Is there any pattern here? Well, there does appear to be one thing that unites all of these leaders – they have all been accused of being populist, from the neo-populists of the 1990s such as Menen and Fujimori who began the process of dismantling term limits, to the present day left-leaning populism of Chávez and Correa, and the security-orientated populism of Uribe.[2] Populism is a term frequently bandied about in the context of Latin American presidents. One widely used definition views populism as the ‘top-down political mobilization of mass constituencies by personalistic leaders who challenge elite groups on behalf of an ill-defined pueblo, or ‘the people.’[3]

Within this context, it makes sense for these leaders to attempt to abolish term limits. If they are acting on behalf of a discontented population, who view political elites as venal and corrupt, and by extension the institutions they have established, then the reform of these institutions is a logical next step, particularly the abolishment of term limits, as the populist, as the true agent of the people, should not be constrained by such institutions. So it comes as no surprise that we tend to see constitutional reform and the reform of term limits go hand-in-hand with populism.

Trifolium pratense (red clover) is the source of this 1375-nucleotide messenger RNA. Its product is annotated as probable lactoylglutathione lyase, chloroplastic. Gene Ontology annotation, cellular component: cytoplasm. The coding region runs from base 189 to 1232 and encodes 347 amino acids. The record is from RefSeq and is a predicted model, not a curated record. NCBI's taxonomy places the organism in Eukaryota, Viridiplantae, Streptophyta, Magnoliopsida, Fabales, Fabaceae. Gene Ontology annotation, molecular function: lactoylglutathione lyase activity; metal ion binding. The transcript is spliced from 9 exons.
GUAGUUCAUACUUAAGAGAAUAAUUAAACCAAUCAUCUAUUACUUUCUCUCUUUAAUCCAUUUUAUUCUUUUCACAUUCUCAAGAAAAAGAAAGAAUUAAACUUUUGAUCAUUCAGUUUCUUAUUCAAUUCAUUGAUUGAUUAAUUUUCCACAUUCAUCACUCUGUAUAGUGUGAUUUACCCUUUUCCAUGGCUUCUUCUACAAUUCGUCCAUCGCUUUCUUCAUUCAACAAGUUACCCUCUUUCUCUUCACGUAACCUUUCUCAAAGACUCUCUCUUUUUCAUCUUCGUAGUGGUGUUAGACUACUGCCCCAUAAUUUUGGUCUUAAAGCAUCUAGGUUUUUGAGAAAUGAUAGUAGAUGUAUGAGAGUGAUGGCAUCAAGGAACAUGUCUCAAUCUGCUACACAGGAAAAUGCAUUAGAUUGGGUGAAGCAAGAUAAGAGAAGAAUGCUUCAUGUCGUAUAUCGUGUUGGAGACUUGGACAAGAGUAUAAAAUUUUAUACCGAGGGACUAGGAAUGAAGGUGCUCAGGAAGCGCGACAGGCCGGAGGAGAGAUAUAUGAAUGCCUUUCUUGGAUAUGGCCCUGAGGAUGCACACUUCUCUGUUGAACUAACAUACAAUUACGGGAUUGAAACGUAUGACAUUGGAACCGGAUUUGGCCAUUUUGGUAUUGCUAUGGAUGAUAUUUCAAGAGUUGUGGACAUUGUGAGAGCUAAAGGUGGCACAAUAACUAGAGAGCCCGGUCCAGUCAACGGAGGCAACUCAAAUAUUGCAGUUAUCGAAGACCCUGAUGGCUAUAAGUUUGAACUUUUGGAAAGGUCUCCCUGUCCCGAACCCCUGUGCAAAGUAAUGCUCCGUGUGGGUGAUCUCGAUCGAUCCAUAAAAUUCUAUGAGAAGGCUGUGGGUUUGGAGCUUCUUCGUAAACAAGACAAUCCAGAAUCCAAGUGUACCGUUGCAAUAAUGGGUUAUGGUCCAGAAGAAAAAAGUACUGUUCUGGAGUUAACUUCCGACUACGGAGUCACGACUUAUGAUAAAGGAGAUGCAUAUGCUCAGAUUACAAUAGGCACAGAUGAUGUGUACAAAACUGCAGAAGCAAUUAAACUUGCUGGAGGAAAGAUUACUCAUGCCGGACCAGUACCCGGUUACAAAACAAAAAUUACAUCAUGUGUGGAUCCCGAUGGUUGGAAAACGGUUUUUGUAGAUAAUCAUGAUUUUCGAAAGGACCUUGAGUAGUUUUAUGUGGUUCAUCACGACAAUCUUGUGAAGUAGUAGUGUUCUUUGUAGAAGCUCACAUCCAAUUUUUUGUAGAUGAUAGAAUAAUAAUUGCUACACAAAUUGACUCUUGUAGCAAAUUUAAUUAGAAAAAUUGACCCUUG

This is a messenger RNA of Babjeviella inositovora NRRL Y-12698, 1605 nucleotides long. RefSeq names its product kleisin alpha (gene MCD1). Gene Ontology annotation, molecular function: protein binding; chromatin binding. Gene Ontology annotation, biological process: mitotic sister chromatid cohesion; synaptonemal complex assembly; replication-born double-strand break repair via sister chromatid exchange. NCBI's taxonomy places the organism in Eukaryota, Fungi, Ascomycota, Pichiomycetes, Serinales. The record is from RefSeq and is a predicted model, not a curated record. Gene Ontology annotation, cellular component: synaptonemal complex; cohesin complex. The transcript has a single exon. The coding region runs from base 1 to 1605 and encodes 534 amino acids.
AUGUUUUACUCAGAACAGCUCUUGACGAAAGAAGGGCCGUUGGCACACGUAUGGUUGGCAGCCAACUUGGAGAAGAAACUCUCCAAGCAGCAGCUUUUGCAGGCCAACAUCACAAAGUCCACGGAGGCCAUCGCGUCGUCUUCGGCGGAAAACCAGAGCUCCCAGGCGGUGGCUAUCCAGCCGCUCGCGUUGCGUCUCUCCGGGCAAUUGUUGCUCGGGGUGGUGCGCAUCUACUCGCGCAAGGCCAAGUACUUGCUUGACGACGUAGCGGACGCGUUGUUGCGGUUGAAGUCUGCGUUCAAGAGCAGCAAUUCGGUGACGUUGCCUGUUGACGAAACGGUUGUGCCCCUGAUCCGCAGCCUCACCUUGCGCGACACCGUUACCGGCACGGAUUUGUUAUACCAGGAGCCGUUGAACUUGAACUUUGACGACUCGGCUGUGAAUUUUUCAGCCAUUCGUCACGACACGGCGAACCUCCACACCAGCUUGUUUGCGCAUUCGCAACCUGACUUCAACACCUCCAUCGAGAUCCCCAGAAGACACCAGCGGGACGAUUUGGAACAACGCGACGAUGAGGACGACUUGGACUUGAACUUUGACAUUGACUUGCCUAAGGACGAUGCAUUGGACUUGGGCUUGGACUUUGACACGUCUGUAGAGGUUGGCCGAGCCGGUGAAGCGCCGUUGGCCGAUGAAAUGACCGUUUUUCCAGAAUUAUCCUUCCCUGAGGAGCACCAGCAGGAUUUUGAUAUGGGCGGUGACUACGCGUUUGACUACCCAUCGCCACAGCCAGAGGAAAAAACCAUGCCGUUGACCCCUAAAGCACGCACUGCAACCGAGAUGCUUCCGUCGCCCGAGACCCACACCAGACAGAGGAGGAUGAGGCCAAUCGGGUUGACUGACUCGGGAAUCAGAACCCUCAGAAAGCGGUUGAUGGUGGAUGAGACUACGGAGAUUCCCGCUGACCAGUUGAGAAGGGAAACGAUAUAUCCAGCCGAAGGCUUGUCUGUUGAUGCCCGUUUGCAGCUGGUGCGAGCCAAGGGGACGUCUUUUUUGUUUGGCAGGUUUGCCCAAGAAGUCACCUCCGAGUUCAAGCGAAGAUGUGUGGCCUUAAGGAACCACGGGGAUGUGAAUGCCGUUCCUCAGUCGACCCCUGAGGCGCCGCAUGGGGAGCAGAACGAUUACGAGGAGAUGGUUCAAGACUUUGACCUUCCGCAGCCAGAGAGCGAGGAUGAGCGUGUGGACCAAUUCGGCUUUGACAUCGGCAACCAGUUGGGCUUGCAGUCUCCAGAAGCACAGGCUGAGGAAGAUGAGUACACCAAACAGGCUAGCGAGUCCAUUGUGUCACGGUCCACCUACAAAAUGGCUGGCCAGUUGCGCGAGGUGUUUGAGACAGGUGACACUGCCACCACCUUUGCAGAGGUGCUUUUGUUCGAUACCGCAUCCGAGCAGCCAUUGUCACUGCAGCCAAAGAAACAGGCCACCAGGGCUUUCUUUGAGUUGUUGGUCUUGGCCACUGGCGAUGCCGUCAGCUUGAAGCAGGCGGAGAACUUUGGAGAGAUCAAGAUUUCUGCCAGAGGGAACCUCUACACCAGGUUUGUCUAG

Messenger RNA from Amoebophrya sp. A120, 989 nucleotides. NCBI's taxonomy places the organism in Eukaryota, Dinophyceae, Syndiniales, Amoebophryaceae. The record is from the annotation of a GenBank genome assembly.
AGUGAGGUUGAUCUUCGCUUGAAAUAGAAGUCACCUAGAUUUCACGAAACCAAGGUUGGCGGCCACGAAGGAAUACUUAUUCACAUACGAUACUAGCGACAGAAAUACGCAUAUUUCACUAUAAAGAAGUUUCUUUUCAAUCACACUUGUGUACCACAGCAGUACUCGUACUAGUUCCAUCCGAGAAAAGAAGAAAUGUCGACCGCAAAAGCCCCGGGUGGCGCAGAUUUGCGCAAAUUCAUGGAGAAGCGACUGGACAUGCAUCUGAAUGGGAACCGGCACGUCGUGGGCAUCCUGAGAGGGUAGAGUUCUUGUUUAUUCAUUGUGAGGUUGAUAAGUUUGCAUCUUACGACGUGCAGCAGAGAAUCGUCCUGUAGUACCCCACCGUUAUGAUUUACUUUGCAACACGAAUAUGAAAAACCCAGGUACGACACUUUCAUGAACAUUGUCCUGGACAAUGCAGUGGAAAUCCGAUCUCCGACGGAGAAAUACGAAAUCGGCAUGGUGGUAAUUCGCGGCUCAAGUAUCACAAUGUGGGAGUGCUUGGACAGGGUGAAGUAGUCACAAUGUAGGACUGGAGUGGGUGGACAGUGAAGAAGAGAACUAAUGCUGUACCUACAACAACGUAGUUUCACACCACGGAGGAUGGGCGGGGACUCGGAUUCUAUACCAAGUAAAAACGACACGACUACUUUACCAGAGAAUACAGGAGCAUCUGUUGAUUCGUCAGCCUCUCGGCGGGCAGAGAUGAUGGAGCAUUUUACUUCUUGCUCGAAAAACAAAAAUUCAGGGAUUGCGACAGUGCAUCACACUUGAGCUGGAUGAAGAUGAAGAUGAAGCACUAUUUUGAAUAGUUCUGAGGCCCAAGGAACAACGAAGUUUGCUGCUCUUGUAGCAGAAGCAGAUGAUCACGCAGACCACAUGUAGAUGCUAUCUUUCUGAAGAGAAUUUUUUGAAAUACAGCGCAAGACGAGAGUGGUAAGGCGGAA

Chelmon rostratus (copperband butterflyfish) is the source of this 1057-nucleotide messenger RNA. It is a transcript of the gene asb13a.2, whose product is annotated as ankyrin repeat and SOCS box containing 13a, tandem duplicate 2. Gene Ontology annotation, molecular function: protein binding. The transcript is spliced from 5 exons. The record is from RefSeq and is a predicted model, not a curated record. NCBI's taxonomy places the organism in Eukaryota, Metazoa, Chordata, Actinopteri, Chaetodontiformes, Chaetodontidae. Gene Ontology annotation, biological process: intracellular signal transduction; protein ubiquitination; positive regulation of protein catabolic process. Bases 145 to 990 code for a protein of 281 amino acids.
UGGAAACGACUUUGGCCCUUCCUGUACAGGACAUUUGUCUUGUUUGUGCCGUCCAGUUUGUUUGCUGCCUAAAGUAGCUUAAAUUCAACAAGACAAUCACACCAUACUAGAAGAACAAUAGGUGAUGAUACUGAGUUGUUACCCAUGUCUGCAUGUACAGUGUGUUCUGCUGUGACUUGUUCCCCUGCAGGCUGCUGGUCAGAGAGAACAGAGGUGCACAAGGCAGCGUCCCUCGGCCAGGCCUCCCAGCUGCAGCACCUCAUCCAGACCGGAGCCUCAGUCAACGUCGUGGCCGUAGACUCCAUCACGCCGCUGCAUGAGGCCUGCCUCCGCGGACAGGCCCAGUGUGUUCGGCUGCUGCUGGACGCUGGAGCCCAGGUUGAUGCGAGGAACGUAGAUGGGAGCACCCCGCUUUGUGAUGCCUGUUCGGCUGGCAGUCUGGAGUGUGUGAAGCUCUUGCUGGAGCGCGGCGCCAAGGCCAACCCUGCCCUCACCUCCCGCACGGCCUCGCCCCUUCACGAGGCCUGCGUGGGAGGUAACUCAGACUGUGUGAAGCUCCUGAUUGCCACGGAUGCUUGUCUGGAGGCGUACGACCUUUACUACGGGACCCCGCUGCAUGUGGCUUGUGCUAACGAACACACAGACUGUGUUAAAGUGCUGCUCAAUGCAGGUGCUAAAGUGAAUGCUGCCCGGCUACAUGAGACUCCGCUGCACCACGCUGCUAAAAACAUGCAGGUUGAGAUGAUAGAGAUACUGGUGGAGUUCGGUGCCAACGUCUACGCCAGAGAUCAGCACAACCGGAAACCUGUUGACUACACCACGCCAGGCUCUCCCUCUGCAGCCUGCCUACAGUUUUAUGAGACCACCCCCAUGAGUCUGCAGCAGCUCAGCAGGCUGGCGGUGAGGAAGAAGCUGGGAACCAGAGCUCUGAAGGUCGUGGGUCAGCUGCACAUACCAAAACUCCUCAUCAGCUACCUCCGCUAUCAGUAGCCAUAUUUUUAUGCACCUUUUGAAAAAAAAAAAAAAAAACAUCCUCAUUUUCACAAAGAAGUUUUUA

Having said that however, a caveat. Although it is something of a trope to suggest populism in Latin America is a much-debated concept, I had the pleasure of attending a recent talk here in Oxford by Kirk Hawkins, where Kirk highlighted the ongoing conceptual debates surrounding populism and proposed an ideational definition of the concept. Kirk’s definition has important implications. It suggests that populism is actually not that recurrent a feature of Latin American politics, despite a popular interpretation to the contrary. Secondly, Kirk’s definition eschews the organizational or political overtones to be found in the definition above (in addition to Dornbusch and Edwards’ classic economic conceptualisation of populism). Nonetheless, this definition also focused on how populists use a discourse to critique existing political elites (or actors). Again, even here, constitutional reform and the abolishment of term limits would seem to naturally follow such signals.